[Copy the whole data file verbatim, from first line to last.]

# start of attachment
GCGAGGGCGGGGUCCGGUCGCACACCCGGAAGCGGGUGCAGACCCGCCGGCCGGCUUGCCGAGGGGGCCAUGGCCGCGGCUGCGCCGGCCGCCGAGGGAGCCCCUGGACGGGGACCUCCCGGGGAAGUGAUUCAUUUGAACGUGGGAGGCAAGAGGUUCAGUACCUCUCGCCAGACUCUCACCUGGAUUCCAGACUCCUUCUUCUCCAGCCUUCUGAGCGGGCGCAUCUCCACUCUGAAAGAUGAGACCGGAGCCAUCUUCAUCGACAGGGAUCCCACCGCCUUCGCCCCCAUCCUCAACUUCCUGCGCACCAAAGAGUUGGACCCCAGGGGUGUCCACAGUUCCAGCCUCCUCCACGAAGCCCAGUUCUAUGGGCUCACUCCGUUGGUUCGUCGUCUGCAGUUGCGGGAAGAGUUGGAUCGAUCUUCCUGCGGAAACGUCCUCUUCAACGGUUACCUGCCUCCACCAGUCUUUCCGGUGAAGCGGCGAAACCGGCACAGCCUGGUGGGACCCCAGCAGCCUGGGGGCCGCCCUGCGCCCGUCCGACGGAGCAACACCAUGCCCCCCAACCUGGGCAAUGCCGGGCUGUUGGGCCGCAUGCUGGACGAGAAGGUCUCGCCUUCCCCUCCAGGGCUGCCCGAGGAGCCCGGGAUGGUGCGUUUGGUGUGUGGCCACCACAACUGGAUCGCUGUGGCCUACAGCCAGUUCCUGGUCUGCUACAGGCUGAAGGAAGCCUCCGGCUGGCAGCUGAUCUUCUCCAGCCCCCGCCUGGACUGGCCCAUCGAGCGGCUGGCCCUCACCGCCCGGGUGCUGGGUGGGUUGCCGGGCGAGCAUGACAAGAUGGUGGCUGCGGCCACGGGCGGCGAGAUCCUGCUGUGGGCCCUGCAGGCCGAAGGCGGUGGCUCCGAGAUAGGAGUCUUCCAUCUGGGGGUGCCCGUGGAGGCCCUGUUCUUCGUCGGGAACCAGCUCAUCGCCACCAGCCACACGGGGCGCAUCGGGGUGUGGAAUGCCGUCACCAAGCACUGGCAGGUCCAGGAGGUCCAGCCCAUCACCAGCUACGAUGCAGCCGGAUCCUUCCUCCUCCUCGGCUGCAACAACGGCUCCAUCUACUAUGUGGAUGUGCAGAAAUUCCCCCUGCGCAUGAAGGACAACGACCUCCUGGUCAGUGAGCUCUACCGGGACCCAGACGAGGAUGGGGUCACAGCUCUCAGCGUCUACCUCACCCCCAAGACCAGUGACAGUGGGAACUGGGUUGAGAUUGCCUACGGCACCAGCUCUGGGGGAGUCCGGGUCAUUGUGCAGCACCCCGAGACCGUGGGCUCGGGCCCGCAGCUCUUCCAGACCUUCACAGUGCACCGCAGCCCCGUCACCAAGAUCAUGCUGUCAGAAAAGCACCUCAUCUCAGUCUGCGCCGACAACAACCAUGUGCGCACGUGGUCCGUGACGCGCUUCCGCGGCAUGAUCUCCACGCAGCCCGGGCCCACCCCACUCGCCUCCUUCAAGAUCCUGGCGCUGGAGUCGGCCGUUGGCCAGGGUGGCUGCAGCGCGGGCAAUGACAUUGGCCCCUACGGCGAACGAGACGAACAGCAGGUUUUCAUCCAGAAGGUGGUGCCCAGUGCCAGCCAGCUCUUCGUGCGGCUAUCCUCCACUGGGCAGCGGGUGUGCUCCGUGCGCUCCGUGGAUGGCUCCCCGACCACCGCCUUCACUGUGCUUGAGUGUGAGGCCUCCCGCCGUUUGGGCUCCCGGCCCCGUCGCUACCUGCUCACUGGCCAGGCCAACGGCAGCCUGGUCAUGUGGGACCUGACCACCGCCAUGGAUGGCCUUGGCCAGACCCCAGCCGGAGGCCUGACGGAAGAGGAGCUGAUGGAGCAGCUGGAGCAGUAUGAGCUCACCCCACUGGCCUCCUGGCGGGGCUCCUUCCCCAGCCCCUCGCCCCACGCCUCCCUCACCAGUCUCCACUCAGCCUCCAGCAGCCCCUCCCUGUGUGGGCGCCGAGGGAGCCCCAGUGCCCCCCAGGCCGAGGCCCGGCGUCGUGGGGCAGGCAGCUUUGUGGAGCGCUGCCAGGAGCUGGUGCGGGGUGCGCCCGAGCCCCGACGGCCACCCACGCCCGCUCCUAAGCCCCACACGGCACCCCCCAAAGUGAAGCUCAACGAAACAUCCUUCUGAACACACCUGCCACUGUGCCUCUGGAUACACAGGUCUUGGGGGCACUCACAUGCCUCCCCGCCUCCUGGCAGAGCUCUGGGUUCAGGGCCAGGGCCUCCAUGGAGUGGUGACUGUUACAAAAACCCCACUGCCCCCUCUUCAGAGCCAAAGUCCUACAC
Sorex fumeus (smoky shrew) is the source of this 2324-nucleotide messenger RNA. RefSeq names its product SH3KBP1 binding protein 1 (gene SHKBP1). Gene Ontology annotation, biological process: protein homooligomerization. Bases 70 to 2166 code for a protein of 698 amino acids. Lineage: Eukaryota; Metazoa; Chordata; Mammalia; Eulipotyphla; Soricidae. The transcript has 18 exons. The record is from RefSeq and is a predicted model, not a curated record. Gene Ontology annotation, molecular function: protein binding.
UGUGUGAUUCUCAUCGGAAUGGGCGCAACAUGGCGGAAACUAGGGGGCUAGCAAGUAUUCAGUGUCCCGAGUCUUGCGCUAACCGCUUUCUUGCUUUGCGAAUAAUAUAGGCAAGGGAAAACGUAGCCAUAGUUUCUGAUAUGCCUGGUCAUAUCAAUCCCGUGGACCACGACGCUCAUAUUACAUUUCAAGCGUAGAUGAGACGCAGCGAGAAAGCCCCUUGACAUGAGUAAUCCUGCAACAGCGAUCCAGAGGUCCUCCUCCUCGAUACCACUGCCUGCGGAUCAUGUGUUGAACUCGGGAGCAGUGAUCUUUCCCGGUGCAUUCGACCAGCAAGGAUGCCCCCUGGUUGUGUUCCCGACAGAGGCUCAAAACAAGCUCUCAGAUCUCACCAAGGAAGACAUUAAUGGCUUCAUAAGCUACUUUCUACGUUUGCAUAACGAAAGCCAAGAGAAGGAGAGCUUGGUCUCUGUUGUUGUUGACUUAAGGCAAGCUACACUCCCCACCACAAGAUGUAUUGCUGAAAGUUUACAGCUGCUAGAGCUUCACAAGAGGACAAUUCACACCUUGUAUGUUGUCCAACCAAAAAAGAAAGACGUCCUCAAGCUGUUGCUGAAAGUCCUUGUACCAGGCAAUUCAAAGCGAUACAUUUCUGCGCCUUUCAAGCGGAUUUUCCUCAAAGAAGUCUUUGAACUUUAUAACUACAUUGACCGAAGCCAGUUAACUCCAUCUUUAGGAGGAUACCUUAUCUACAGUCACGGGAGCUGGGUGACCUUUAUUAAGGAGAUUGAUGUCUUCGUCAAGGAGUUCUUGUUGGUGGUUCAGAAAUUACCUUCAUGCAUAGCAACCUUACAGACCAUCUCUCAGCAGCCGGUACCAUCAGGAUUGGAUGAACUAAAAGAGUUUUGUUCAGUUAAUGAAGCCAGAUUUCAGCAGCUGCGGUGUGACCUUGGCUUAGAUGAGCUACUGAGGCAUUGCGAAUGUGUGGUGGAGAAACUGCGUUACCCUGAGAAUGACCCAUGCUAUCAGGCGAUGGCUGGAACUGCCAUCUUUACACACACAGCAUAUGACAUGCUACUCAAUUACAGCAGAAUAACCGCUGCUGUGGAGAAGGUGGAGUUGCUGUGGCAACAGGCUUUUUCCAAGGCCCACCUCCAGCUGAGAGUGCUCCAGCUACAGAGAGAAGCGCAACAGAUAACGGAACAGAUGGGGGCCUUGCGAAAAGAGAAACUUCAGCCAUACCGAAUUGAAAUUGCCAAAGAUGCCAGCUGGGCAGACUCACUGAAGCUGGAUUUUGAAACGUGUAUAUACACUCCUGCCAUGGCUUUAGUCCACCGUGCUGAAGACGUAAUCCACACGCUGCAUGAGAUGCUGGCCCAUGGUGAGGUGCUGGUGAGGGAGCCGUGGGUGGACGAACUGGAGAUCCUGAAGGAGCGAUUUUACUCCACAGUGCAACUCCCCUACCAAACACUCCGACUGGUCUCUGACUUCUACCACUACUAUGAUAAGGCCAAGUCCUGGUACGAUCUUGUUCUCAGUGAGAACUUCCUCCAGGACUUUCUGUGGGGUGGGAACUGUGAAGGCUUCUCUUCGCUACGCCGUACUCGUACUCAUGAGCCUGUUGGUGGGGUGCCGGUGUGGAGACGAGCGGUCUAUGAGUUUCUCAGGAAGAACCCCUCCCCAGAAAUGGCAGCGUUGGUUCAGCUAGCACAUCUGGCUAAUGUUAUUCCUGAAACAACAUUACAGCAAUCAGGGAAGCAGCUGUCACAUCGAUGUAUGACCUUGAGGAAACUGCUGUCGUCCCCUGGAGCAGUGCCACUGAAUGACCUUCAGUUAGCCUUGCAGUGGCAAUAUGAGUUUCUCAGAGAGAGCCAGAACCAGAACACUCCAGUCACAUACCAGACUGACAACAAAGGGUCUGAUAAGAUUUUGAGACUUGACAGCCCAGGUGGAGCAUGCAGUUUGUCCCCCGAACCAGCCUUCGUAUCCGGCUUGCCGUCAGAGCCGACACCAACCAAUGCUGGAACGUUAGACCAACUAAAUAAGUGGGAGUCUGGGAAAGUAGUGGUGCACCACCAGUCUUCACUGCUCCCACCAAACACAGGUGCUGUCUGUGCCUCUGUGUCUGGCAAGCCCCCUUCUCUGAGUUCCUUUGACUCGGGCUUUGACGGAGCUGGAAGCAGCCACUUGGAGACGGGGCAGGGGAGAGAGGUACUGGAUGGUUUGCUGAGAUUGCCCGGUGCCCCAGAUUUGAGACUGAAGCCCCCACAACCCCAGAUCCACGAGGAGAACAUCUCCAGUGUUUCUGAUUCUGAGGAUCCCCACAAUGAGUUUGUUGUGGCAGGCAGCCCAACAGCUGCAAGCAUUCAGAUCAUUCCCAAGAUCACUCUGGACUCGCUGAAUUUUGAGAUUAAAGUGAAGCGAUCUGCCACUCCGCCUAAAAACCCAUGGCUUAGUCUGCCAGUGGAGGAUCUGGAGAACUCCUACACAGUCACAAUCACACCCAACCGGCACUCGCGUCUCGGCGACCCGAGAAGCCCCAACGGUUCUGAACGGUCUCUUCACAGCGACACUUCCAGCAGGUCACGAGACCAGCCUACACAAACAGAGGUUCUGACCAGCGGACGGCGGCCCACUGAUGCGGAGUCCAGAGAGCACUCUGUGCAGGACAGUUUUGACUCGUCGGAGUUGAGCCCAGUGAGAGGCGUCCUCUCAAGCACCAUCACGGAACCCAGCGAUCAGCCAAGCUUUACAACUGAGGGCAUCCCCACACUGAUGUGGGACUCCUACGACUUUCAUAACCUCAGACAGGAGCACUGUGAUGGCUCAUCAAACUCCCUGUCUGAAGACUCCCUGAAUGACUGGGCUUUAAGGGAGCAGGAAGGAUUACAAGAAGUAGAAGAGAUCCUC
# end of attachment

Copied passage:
GCGAGGGCGGGGUCCGGUCGCACACCCGGAAGCGGGUGCAGACCCGCCGGCCGGCUUGCCGAGGGGGCCAUGGCCGCGGCUGCGCCGGCCGCCGAGGGAGCCCCUGGACGGGGACCUCCCGGGGAAGUGAUUCAUUUGAACGUGGGAGGCAAGAGGUUCAGUACCUCUCGCCAGACUCUCACCUGGAUUCCAGACUCCUUCUUCUCCAGCCUUCUGAGCGGGCGCAUCUCCACUCUGAAAGAUGAGACCGGAGCCAUCUUCAUCGACAGGGAUCCCACCGCCUUCGCCCCCAUCCUCAACUUCCUGCGCACCAAAGAGUUGGACCCCAGGGGUGUCCACAGUUCCAGCCUCCUCCACGAAGCCCAGUUCUAUGGGCUCACUCCGUUGGUUCGUCGUCUGCAGUUGCGGGAAGAGUUGGAUCGAUCUUCCUGCGGAAACGUCCUCUUCAACGGUUACCUGCCUCCACCAGUCUUUCCGGUGAAGCGGCGAAACCGGCACAGCCUGGUGGGACCCCAGCAGCCUGGGGGCCGCCCUGCGCCCGUCCGACGGAGCAACACCAUGCCCCCCAACCUGGGCAAUGCCGGGCUGUUGGGCCGCAUGCUGGACGAGAAGGUCUCGCCUUCCCCUCCAGGGCUGCCCGAGGAGCCCGGGAUGGUGCGUUUGGUGUGUGGCCACCACAACUGGAUCGCUGUGGCCUACAGCCAGUUCCUGGUCUGCUACAGGCUGAAGGAAGCCUCCGGCUGGCAGCUGAUCUUCUCCAGCCCCCGCCUGGACUGGCCCAUCGAGCGGCUGGCCCUCACCGCCCGGGUGCUGGGUGGGUUGCCGGGCGAGCAUGACAAGAUGGUGGCUGCGGCCACGGGCGGCGAGAUCCUGCUGUGGGCCCUGCAGGCCGAAGGCGGUGGCUCCGAGAUAGGAGUCUUCCAUCUGGGGGUGCCCGUGGAGGCCCUGUUCUUCGUCGGGAACCAGCUCAUCGCCACCAGCCACACGGGGCGCAUCGGGGUGUGGAAUGCCGUCACCAAGCACUGGCAGGUCCAGGAGGUCCAGCCCAUCACCAGCUACGAUGCAGCCGGAUCCUUCCUCCUCCUCGGCUGCAACAACGGCUCCAUCUACUAUGUGGAUGUGCAGAAAUUCCCCCUGCGCAUGAAGGACAACGACCUCCUGGUCAGUGAGCUCUACCGGGACCCAGACGAGGAUGGGGUCACAGCUCUCAGCGUCUACCUCACCCCCAAGACCAGUGACAGUGGGAACUGGGUUGAGAUUGCCUACGGCACCAGCUCUGGGGGAGUCCGGGUCAUUGUGCAGCACCCCGAGACCGUGGGCUCGGGCCCGCAGCUCUUCCAGACCUUCACAGUGCACCGCAGCCCCGUCACCAAGAUCAUGCUGUCAGAAAAGCACCUCAUCUCAGUCUGCGCCGACAACAACCAUGUGCGCACGUGGUCCGUGACGCGCUUCCGCGGCAUGAUCUCCACGCAGCCCGGGCCCACCCCACUCGCCUCCUUCAAGAUCCUGGCGCUGGAGUCGGCCGUUGGCCAGGGUGGCUGCAGCGCGGGCAAUGACAUUGGCCCCUACGGCGAACGAGACGAACAGCAGGUUUUCAUCCAGAAGGUGGUGCCCAGUGCCAGCCAGCUCUUCGUGCGGCUAUCCUCCACUGGGCAGCGGGUGUGCUCCGUGCGCUCCGUGGAUGGCUCCCCGACCACCGCCUUCACUGUGCUUGAGUGUGAGGCCUCCCGCCGUUUGGGCUCCCGGCCCCGUCGCUACCUGCUCACUGGCCAGGCCAACGGCAGCCUGGUCAUGUGGGACCUGACCACCGCCAUGGAUGGCCUUGGCCAGACCCCAGCCGGAGGCCUGACGGAAGAGGAGCUGAUGGAGCAGCUGGAGCAGUAUGAGCUCACCCCACUGGCCUCCUGGCGGGGCUCCUUCCCCAGCCCCUCGCCCCACGCCUCCCUCACCAGUCUCCACUCAGCCUCCAGCAGCCCCUCCCUGUGUGGGCGCCGAGGGAGCCCCAGUGCCCCCCAGGCCGAGGCCCGGCGUCGUGGGGCAGGCAGCUUUGUGGAGCGCUGCCAGGAGCUGGUGCGGGGUGCGCCCGAGCCCCGACGGCCACCCACGCCCGCUCCUAAGCCCCACACGGCACCCCCCAAAGUGAAGCUCAACGAAACAUCCUUCUGAACACACCUGCCACUGUGCCUCUGGAUACACAGGUCUUGGGGGCACUCACAUGCCUCCCCGCCUCCUGGCAGAGCUCUGGGUUCAGGGCCAGGGCCUCCAUGGAGUGGUGACUGUUACAAAAACCCCACUGCCCCCUCUUCAGAGCCAAAGUCCUACAC
Sorex fumeus (smoky shrew) is the source of this 2324-nucleotide messenger RNA. RefSeq names its product SH3KBP1 binding protein 1 (gene SHKBP1). Gene Ontology annotation, biological process: protein homooligomerization. Bases 70 to 2166 code for a protein of 698 amino acids. Lineage: Eukaryota; Metazoa; Chordata; Mammalia; Eulipotyphla; Soricidae. The transcript has 18 exons. The record is from RefSeq and is a predicted model, not a curated record. Gene Ontology annotation, molecular function: protein binding.
UGUGUGAUUCUCAUCGGAAUGGGCGCAACAUGGCGGAAACUAGGGGGCUAGCAAGUAUUCAGUGUCCCGAGUCUUGCGCUAACCGCUUUCUUGCUUUGCGAAUAAUAUAGGCAAGGGAAAACGUAGCCAUAGUUUCUGAUAUGCCUGGUCAUAUCAAUCCCGUGGACCACGACGCUCAUAUUACAUUUCAAGCGUAGAUGAGACGCAGCGAGAAAGCCCCUUGACAUGAGUAAUCCUGCAACAGCGAUCCAGAGGUCCUCCUCCUCGAUACCACUGCCUGCGGAUCAUGUGUUGAACUCGGGAGCAGUGAUCUUUCCCGGUGCAUUCGACCAGCAAGGAUGCCCCCUGGUUGUGUUCCCGACAGAGGCUCAAAACAAGCUCUCAGAUCUCACCAAGGAAGACAUUAAUGGCUUCAUAAGCUACUUUCUACGUUUGCAUAACGAAAGCCAAGAGAAGGAGAGCUUGGUCUCUGUUGUUGUUGACUUAAGGCAAGCUACACUCCCCACCACAAGAUGUAUUGCUGAAAGUUUACAGCUGCUAGAGCUUCACAAGAGGACAAUUCACACCUUGUAUGUUGUCCAACCAAAAAAGAAAGACGUCCUCAAGCUGUUGCUGAAAGUCCUUGUACCAGGCAAUUCAAAGCGAUACAUUUCUGCGCCUUUCAAGCGGAUUUUCCUCAAAGAAGUCUUUGAACUUUAUAACUACAUUGACCGAAGCCAGUUAACUCCAUCUUUAGGAGGAUACCUUAUCUACAGUCACGGGAGCUGGGUGACCUUUAUUAAGGAGAUUGAUGUCUUCGUCAAGGAGUUCUUGUUGGUGGUUCAGAAAUUACCUUCAUGCAUAGCAACCUUACAGACCAUCUCUCAGCAGCCGGUACCAUCAGGAUUGGAUGAACUAAAAGAGUUUUGUUCAGUUAAUGAAGCCAGAUUUCAGCAGCUGCGGUGUGACCUUGGCUUAGAUGAGCUACUGAGGCAUUGCGAAUGUGUGGUGGAGAAACUGCGUUACCCUGAGAAUGACCCAUGCUAUCAGGCGAUGGCUGGAACUGCCAUCUUUACACACACAGCAUAUGACAUGCUACUCAAUUACAGCAGAAUAACCGCUGCUGUGGAGAAGGUGGAGUUGCUGUGGCAACAGGCUUUUUCCAAGGCCCACCUCCAGCUGAGAGUGCUCCAGCUACAGAGAGAAGCGCAACAGAUAACGGAACAGAUGGGGGCCUUGCGAAAAGAGAAACUUCAGCCAUACCGAAUUGAAAUUGCCAAAGAUGCCAGCUGGGCAGACUCACUGAAGCUGGAUUUUGAAACGUGUAUAUACACUCCUGCCAUGGCUUUAGUCCACCGUGCUGAAGACGUAAUCCACACGCUGCAUGAGAUGCUGGCCCAUGGUGAGGUGCUGGUGAGGGAGCCGUGGGUGGACGAACUGGAGAUCCUGAAGGAGCGAUUUUACUCCACAGUGCAACUCCCCUACCAAACACUCCGACUGGUCUCUGACUUCUACCACUACUAUGAUAAGGCCAAGUCCUGGUACGAUCUUGUUCUCAGUGAGAACUUCCUCCAGGACUUUCUGUGGGGUGGGAACUGUGAAGGCUUCUCUUCGCUACGCCGUACUCGUACUCAUGAGCCUGUUGGUGGGGUGCCGGUGUGGAGACGAGCGGUCUAUGAGUUUCUCAGGAAGAACCCCUCCCCAGAAAUGGCAGCGUUGGUUCAGCUAGCACAUCUGGCUAAUGUUAUUCCUGAAACAACAUUACAGCAAUCAGGGAAGCAGCUGUCACAUCGAUGUAUGACCUUGAGGAAACUGCUGUCGUCCCCUGGAGCAGUGCCACUGAAUGACCUUCAGUUAGCCUUGCAGUGGCAAUAUGAGUUUCUCAGAGAGAGCCAGAACCAGAACACUCCAGUCACAUACCAGACUGACAACAAAGGGUCUGAUAAGAUUUUGAGACUUGACAGCCCAGGUGGAGCAUGCAGUUUGUCCCCCGAACCAGCCUUCGUAUCCGGCUUGCCGUCAGAGCCGACACCAACCAAUGCUGGAACGUUAGACCAACUAAAUAAGUGGGAGUCUGGGAAAGUAGUGGUGCACCACCAGUCUUCACUGCUCCCACCAAACACAGGUGCUGUCUGUGCCUCUGUGUCUGGCAAGCCCCCUUCUCUGAGUUCCUUUGACUCGGGCUUUGACGGAGCUGGAAGCAGCCACUUGGAGACGGGGCAGGGGAGAGAGGUACUGGAUGGUUUGCUGAGAUUGCCCGGUGCCCCAGAUUUGAGACUGAAGCCCCCACAACCCCAGAUCCACGAGGAGAACAUCUCCAGUGUUUCUGAUUCUGAGGAUCCCCACAAUGAGUUUGUUGUGGCAGGCAGCCCAACAGCUGCAAGCAUUCAGAUCAUUCCCAAGAUCACUCUGGACUCGCUGAAUUUUGAGAUUAAAGUGAAGCGAUCUGCCACUCCGCCUAAAAACCCAUGGCUUAGUCUGCCAGUGGAGGAUCUGGAGAACUCCUACACAGUCACAAUCACACCCAACCGGCACUCGCGUCUCGGCGACCCGAGAAGCCCCAACGGUUCUGAACGGUCUCUUCACAGCGACACUUCCAGCAGGUCACGAGACCAGCCUACACAAACAGAGGUUCUGACCAGCGGACGGCGGCCCACUGAUGCGGAGUCCAGAGAGCACUCUGUGCAGGACAGUUUUGACUCGUCGGAGUUGAGCCCAGUGAGAGGCGUCCUCUCAAGCACCAUCACGGAACCCAGCGAUCAGCCAAGCUUUACAACUGAGGGCAUCCCCACACUGAUGUGGGACUCCUACGACUUUCAUAACCUCAGACAGGAGCACUGUGAUGGCUCAUCAAACUCCCUGUCUGAAGACUCCCUGAAUGACUGGGCUUUAAGGGAGCAGGAAGGAUUACAAGAAGUAGAAGAGAUCCUC